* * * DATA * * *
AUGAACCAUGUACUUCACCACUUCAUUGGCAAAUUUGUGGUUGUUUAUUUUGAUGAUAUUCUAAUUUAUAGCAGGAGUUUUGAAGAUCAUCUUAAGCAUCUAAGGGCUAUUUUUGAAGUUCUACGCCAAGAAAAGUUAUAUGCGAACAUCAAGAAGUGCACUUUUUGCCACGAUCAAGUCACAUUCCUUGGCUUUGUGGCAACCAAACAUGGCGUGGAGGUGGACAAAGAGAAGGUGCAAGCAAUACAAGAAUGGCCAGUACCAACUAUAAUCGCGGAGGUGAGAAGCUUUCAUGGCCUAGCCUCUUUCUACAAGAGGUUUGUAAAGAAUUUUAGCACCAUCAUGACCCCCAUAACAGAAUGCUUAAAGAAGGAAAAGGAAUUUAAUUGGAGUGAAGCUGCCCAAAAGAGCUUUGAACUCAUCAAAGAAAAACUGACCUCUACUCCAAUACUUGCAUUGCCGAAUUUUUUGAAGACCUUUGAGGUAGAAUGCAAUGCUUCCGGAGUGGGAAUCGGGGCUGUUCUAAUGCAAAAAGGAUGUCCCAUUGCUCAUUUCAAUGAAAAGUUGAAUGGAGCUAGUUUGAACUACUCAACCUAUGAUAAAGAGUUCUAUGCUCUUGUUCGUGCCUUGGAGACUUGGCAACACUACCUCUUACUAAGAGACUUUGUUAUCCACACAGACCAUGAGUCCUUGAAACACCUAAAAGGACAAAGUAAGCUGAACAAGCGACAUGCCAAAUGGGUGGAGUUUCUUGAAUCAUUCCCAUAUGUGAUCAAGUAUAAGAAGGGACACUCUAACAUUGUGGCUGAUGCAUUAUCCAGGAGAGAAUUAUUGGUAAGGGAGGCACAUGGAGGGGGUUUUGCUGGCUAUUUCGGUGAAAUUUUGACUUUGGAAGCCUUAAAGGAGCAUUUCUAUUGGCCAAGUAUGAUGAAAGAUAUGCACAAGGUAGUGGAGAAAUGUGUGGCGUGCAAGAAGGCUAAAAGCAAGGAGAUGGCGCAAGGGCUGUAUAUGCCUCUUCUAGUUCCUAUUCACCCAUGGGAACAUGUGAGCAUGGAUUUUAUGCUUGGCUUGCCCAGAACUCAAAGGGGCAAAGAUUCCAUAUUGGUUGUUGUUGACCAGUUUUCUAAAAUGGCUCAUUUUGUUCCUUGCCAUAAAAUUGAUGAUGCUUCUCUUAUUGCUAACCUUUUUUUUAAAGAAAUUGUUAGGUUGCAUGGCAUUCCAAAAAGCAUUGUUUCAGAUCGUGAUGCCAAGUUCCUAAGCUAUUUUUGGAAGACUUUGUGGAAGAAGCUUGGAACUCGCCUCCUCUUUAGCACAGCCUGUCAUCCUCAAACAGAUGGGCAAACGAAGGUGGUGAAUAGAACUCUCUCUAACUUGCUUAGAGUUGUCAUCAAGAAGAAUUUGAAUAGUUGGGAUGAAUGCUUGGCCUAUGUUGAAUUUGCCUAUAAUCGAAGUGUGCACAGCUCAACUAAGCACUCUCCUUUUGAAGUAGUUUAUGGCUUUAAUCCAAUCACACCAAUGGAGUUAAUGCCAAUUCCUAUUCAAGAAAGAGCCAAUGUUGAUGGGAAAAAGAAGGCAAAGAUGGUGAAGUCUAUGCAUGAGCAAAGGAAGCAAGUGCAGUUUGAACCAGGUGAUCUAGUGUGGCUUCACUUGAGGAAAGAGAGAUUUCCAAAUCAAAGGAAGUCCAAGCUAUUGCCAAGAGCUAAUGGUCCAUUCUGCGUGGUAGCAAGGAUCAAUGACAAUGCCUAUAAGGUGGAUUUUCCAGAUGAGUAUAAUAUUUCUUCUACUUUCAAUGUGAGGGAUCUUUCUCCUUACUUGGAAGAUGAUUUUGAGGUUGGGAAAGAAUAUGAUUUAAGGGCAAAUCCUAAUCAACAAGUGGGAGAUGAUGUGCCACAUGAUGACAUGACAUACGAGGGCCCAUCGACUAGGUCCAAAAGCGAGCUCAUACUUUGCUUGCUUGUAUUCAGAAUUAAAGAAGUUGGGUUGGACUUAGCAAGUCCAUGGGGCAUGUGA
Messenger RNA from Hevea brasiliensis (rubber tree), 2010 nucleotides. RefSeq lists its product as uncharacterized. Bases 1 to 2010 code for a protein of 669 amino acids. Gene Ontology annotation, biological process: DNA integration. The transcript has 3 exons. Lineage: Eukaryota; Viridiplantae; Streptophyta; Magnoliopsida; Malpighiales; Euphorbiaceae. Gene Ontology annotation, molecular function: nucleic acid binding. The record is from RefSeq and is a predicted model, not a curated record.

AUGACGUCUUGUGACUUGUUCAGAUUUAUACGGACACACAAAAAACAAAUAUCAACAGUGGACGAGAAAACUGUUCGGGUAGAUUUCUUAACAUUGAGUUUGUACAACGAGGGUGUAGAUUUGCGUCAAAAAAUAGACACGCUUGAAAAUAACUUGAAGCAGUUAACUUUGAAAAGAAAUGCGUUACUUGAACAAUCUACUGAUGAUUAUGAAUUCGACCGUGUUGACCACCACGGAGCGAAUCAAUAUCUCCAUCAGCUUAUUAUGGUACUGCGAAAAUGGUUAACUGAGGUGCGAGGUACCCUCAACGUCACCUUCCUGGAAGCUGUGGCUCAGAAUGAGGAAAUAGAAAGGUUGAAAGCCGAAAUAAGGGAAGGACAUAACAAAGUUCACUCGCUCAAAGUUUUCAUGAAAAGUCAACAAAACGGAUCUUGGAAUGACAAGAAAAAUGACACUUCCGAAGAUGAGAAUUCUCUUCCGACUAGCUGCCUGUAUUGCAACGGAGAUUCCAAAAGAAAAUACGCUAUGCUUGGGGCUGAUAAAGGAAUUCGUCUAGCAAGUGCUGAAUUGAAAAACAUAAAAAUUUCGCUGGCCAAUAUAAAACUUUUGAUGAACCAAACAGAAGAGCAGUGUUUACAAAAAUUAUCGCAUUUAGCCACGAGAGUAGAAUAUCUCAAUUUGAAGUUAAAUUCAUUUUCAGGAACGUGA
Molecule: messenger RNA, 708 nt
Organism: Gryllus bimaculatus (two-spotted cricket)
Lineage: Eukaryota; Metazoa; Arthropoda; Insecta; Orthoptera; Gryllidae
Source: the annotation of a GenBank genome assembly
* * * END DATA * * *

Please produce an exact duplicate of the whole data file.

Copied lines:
AUGAACCAUGUACUUCACCACUUCAUUGGCAAAUUUGUGGUUGUUUAUUUUGAUGAUAUUCUAAUUUAUAGCAGGAGUUUUGAAGAUCAUCUUAAGCAUCUAAGGGCUAUUUUUGAAGUUCUACGCCAAGAAAAGUUAUAUGCGAACAUCAAGAAGUGCACUUUUUGCCACGAUCAAGUCACAUUCCUUGGCUUUGUGGCAACCAAACAUGGCGUGGAGGUGGACAAAGAGAAGGUGCAAGCAAUACAAGAAUGGCCAGUACCAACUAUAAUCGCGGAGGUGAGAAGCUUUCAUGGCCUAGCCUCUUUCUACAAGAGGUUUGUAAAGAAUUUUAGCACCAUCAUGACCCCCAUAACAGAAUGCUUAAAGAAGGAAAAGGAAUUUAAUUGGAGUGAAGCUGCCCAAAAGAGCUUUGAACUCAUCAAAGAAAAACUGACCUCUACUCCAAUACUUGCAUUGCCGAAUUUUUUGAAGACCUUUGAGGUAGAAUGCAAUGCUUCCGGAGUGGGAAUCGGGGCUGUUCUAAUGCAAAAAGGAUGUCCCAUUGCUCAUUUCAAUGAAAAGUUGAAUGGAGCUAGUUUGAACUACUCAACCUAUGAUAAAGAGUUCUAUGCUCUUGUUCGUGCCUUGGAGACUUGGCAACACUACCUCUUACUAAGAGACUUUGUUAUCCACACAGACCAUGAGUCCUUGAAACACCUAAAAGGACAAAGUAAGCUGAACAAGCGACAUGCCAAAUGGGUGGAGUUUCUUGAAUCAUUCCCAUAUGUGAUCAAGUAUAAGAAGGGACACUCUAACAUUGUGGCUGAUGCAUUAUCCAGGAGAGAAUUAUUGGUAAGGGAGGCACAUGGAGGGGGUUUUGCUGGCUAUUUCGGUGAAAUUUUGACUUUGGAAGCCUUAAAGGAGCAUUUCUAUUGGCCAAGUAUGAUGAAAGAUAUGCACAAGGUAGUGGAGAAAUGUGUGGCGUGCAAGAAGGCUAAAAGCAAGGAGAUGGCGCAAGGGCUGUAUAUGCCUCUUCUAGUUCCUAUUCACCCAUGGGAACAUGUGAGCAUGGAUUUUAUGCUUGGCUUGCCCAGAACUCAAAGGGGCAAAGAUUCCAUAUUGGUUGUUGUUGACCAGUUUUCUAAAAUGGCUCAUUUUGUUCCUUGCCAUAAAAUUGAUGAUGCUUCUCUUAUUGCUAACCUUUUUUUUAAAGAAAUUGUUAGGUUGCAUGGCAUUCCAAAAAGCAUUGUUUCAGAUCGUGAUGCCAAGUUCCUAAGCUAUUUUUGGAAGACUUUGUGGAAGAAGCUUGGAACUCGCCUCCUCUUUAGCACAGCCUGUCAUCCUCAAACAGAUGGGCAAACGAAGGUGGUGAAUAGAACUCUCUCUAACUUGCUUAGAGUUGUCAUCAAGAAGAAUUUGAAUAGUUGGGAUGAAUGCUUGGCCUAUGUUGAAUUUGCCUAUAAUCGAAGUGUGCACAGCUCAACUAAGCACUCUCCUUUUGAAGUAGUUUAUGGCUUUAAUCCAAUCACACCAAUGGAGUUAAUGCCAAUUCCUAUUCAAGAAAGAGCCAAUGUUGAUGGGAAAAAGAAGGCAAAGAUGGUGAAGUCUAUGCAUGAGCAAAGGAAGCAAGUGCAGUUUGAACCAGGUGAUCUAGUGUGGCUUCACUUGAGGAAAGAGAGAUUUCCAAAUCAAAGGAAGUCCAAGCUAUUGCCAAGAGCUAAUGGUCCAUUCUGCGUGGUAGCAAGGAUCAAUGACAAUGCCUAUAAGGUGGAUUUUCCAGAUGAGUAUAAUAUUUCUUCUACUUUCAAUGUGAGGGAUCUUUCUCCUUACUUGGAAGAUGAUUUUGAGGUUGGGAAAGAAUAUGAUUUAAGGGCAAAUCCUAAUCAACAAGUGGGAGAUGAUGUGCCACAUGAUGACAUGACAUACGAGGGCCCAUCGACUAGGUCCAAAAGCGAGCUCAUACUUUGCUUGCUUGUAUUCAGAAUUAAAGAAGUUGGGUUGGACUUAGCAAGUCCAUGGGGCAUGUGA
Messenger RNA from Hevea brasiliensis (rubber tree), 2010 nucleotides. RefSeq lists its product as uncharacterized. Bases 1 to 2010 code for a protein of 669 amino acids. Gene Ontology annotation, biological process: DNA integration. The transcript has 3 exons. Lineage: Eukaryota; Viridiplantae; Streptophyta; Magnoliopsida; Malpighiales; Euphorbiaceae. Gene Ontology annotation, molecular function: nucleic acid binding. The record is from RefSeq and is a predicted model, not a curated record.

AUGACGUCUUGUGACUUGUUCAGAUUUAUACGGACACACAAAAAACAAAUAUCAACAGUGGACGAGAAAACUGUUCGGGUAGAUUUCUUAACAUUGAGUUUGUACAACGAGGGUGUAGAUUUGCGUCAAAAAAUAGACACGCUUGAAAAUAACUUGAAGCAGUUAACUUUGAAAAGAAAUGCGUUACUUGAACAAUCUACUGAUGAUUAUGAAUUCGACCGUGUUGACCACCACGGAGCGAAUCAAUAUCUCCAUCAGCUUAUUAUGGUACUGCGAAAAUGGUUAACUGAGGUGCGAGGUACCCUCAACGUCACCUUCCUGGAAGCUGUGGCUCAGAAUGAGGAAAUAGAAAGGUUGAAAGCCGAAAUAAGGGAAGGACAUAACAAAGUUCACUCGCUCAAAGUUUUCAUGAAAAGUCAACAAAACGGAUCUUGGAAUGACAAGAAAAAUGACACUUCCGAAGAUGAGAAUUCUCUUCCGACUAGCUGCCUGUAUUGCAACGGAGAUUCCAAAAGAAAAUACGCUAUGCUUGGGGCUGAUAAAGGAAUUCGUCUAGCAAGUGCUGAAUUGAAAAACAUAAAAAUUUCGCUGGCCAAUAUAAAACUUUUGAUGAACCAAACAGAAGAGCAGUGUUUACAAAAAUUAUCGCAUUUAGCCACGAGAGUAGAAUAUCUCAAUUUGAAGUUAAAUUCAUUUUCAGGAACGUGA
Molecule: messenger RNA, 708 nt
Organism: Gryllus bimaculatus (two-spotted cricket)
Lineage: Eukaryota; Metazoa; Arthropoda; Insecta; Orthoptera; Gryllidae
Source: the annotation of a GenBank genome assembly